, [ibamry] [VARCHAR](1) NOT NULL
  , [ibhpdy] [DECIMAL](7, 0) NOT NULL
  , [ibedtm] [DECIMAL](6, 0) NOT NULL
  , [ibhqdy] [DECIMAL](7, 0) NOT NULL
  , [ibeetm] [DECIMAL](6, 0) NOT NULL
  , [ibkncf] [VARCHAR](10) NOT NULL
  , [id] [INT] IDENTITY(1, 1) NOT NULL
) ON [PRIMARY];
GO

CREATE TRIGGER [cwi].[assign_key]
ON cwi.dwtran
AFTER INSERT
AS
BEGIN
    UPDATE dw
    SET dw.ibponr = id
    FROM cwi.dwtran dw
        INNER JOIN Inserted i ON i.id = dw.id;
END;
GO

What is this trigger doing? It’s grabbing the id identity value for the row that just got inserted and setting the ibponr column to the exact same value.  This setup would probably work ok on a system that always accesses the table serially.  However, this table is a change history table that captures all transactions in a busy order management system for insertion into a data warehouse.  There are several application servers accessing the database at the same time.  The trigger was deadlocking with subsequent INSERTS causing transactions to fail.  Additionally, each insert into the table also required an update, effectively costing two transactions for a single insert.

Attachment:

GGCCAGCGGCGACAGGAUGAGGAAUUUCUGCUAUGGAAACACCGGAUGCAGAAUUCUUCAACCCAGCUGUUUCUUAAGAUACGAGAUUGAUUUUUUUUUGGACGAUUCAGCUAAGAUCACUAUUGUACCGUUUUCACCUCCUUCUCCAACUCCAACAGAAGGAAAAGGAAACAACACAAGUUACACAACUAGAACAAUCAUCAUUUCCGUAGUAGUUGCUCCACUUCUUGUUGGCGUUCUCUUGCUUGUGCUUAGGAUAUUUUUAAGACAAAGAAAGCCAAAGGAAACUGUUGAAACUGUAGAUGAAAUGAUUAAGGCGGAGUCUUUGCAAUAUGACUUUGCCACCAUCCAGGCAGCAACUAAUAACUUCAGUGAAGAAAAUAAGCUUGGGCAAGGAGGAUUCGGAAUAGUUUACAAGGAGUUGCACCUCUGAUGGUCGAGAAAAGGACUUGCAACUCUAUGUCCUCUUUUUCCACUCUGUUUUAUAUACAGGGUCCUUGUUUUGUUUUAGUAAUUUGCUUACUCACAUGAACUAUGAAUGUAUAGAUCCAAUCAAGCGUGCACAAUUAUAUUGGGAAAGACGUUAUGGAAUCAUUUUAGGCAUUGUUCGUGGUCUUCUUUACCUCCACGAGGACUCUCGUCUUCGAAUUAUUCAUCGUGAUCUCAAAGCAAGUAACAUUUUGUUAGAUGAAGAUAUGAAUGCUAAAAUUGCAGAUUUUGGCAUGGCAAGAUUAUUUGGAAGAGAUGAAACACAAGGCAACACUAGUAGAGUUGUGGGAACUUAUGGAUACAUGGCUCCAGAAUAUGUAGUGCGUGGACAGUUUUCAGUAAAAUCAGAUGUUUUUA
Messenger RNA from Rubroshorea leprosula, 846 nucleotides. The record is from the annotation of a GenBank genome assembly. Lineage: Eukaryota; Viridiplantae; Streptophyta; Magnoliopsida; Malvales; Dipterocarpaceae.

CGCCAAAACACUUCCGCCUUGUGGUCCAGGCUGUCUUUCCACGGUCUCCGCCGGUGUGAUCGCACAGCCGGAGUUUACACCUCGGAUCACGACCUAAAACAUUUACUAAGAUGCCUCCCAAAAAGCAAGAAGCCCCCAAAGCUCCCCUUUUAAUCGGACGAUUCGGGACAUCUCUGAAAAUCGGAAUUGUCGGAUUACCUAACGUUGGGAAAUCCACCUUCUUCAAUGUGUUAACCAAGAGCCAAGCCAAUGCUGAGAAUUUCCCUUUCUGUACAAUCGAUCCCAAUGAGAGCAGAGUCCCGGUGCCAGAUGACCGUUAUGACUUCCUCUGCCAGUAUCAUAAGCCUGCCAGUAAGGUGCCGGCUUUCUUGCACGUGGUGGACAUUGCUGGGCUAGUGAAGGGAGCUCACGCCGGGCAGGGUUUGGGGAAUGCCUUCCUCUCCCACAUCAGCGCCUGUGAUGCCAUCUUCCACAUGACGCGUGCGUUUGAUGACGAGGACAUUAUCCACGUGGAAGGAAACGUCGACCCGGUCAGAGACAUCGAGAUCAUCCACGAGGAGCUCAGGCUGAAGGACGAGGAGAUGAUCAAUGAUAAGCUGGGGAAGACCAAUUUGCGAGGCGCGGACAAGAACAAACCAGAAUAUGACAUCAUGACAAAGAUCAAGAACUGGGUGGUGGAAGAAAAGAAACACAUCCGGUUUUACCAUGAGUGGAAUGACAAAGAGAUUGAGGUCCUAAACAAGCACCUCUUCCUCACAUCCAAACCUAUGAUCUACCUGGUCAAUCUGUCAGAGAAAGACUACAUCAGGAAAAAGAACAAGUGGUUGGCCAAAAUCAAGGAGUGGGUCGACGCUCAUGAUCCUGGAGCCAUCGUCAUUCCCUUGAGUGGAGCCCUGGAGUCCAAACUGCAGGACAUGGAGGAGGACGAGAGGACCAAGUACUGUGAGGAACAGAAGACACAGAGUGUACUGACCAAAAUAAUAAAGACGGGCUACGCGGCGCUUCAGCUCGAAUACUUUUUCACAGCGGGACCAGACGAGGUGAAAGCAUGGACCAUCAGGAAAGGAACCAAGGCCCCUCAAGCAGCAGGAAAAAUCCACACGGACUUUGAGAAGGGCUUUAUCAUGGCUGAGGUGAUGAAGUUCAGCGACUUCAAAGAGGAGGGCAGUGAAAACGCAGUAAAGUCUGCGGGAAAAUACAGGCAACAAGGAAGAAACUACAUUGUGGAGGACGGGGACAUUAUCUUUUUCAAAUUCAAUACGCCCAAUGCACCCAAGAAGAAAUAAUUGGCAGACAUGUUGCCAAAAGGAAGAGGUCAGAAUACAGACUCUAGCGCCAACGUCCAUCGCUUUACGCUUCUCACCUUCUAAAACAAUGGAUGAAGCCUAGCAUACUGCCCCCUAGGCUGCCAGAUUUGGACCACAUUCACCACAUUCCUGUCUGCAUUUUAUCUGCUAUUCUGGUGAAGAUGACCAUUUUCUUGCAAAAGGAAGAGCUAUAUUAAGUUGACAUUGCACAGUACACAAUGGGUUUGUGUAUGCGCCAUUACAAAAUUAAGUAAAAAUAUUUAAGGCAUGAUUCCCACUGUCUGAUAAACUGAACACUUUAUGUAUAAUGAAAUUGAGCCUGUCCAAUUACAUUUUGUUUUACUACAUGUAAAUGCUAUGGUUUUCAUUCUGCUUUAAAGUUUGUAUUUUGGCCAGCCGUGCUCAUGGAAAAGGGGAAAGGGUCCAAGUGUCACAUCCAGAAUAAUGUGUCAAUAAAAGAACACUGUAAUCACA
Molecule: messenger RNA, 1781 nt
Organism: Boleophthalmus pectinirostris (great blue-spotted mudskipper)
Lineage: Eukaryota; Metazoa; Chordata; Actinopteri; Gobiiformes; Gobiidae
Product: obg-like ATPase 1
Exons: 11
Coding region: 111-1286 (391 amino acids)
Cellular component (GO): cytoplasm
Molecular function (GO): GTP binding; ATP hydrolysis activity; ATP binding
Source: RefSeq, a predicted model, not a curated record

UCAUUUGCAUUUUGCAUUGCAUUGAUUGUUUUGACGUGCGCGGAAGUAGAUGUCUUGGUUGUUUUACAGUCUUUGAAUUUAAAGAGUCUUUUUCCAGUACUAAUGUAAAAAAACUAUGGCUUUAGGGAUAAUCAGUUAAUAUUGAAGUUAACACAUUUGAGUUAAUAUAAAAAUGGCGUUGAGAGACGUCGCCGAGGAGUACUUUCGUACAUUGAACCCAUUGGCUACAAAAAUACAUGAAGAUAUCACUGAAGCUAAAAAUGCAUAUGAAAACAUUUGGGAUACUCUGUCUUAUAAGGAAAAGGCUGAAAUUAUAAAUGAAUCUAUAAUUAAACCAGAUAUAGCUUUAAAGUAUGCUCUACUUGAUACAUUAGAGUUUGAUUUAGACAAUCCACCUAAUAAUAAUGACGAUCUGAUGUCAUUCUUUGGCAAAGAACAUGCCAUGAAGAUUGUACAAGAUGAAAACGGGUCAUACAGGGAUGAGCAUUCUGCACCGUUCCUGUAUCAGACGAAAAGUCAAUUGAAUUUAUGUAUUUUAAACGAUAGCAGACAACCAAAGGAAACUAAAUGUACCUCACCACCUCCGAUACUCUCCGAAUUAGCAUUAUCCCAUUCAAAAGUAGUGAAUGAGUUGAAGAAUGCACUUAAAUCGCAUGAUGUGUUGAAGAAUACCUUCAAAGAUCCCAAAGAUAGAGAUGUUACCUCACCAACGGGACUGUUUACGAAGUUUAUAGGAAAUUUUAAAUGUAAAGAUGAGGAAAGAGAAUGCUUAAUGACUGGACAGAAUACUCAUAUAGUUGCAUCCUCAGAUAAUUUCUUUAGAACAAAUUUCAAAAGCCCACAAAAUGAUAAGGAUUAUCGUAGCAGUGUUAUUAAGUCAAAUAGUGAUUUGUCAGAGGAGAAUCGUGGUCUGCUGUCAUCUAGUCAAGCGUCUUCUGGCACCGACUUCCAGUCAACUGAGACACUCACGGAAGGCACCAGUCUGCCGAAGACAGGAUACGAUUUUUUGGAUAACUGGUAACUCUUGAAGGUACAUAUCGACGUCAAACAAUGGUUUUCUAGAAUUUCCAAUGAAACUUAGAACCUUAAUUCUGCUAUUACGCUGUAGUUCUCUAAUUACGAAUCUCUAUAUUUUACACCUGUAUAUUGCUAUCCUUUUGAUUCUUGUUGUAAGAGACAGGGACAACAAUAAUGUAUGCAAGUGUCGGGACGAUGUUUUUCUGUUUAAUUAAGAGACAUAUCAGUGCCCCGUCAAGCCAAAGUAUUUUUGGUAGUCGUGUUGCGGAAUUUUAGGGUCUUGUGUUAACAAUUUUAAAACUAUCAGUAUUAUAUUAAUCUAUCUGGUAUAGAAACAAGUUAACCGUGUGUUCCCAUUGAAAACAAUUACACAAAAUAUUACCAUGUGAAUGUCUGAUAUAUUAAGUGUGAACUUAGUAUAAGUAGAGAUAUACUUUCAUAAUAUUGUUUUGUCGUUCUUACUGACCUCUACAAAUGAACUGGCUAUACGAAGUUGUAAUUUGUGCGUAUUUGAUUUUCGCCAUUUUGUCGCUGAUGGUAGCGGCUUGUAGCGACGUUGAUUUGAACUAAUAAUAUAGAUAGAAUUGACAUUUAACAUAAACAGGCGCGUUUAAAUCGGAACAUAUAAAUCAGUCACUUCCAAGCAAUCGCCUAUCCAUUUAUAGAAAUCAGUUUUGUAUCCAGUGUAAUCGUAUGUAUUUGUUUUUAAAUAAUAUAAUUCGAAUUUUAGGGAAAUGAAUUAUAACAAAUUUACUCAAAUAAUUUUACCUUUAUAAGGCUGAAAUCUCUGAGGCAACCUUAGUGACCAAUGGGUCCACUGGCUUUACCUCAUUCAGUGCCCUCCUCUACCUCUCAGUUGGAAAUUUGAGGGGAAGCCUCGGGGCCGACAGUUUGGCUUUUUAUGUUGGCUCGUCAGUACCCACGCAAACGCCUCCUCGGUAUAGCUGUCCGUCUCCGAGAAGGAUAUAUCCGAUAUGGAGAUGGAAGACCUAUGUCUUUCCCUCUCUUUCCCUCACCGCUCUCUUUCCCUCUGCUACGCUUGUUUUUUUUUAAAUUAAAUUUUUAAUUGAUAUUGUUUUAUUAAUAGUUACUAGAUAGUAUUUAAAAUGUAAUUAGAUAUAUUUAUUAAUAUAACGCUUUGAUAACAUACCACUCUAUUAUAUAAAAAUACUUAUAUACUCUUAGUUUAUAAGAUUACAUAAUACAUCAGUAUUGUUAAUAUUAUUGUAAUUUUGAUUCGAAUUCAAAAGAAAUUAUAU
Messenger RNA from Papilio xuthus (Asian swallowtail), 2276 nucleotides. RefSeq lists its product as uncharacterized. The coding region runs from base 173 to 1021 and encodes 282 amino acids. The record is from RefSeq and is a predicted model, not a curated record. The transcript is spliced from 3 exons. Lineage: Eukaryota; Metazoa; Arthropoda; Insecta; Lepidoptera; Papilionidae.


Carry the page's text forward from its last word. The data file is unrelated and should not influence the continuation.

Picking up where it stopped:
In this case, since the incremental data warehouse load only ran once per day, I was able to create a SQL Agent job that update the missing ibponr records in a single update.  I ran the SQL Agent job right before the data warehouse load.  In a perfect world, the data warehouse load (which is run by the application, not in the database) would update those ibponr values as its first step.

Another reason I dislike triggers is that when they cause a rollback, the error can be vague and the reason for the rollback is often hard to find.

One last thing to keep in mind from a development perspective is that triggers have to be written from the perspective that multiple rows can be inserted simultaneously.  The trigger I showed above assumes that only one row will be inserted at a time, but that isn’t always the case!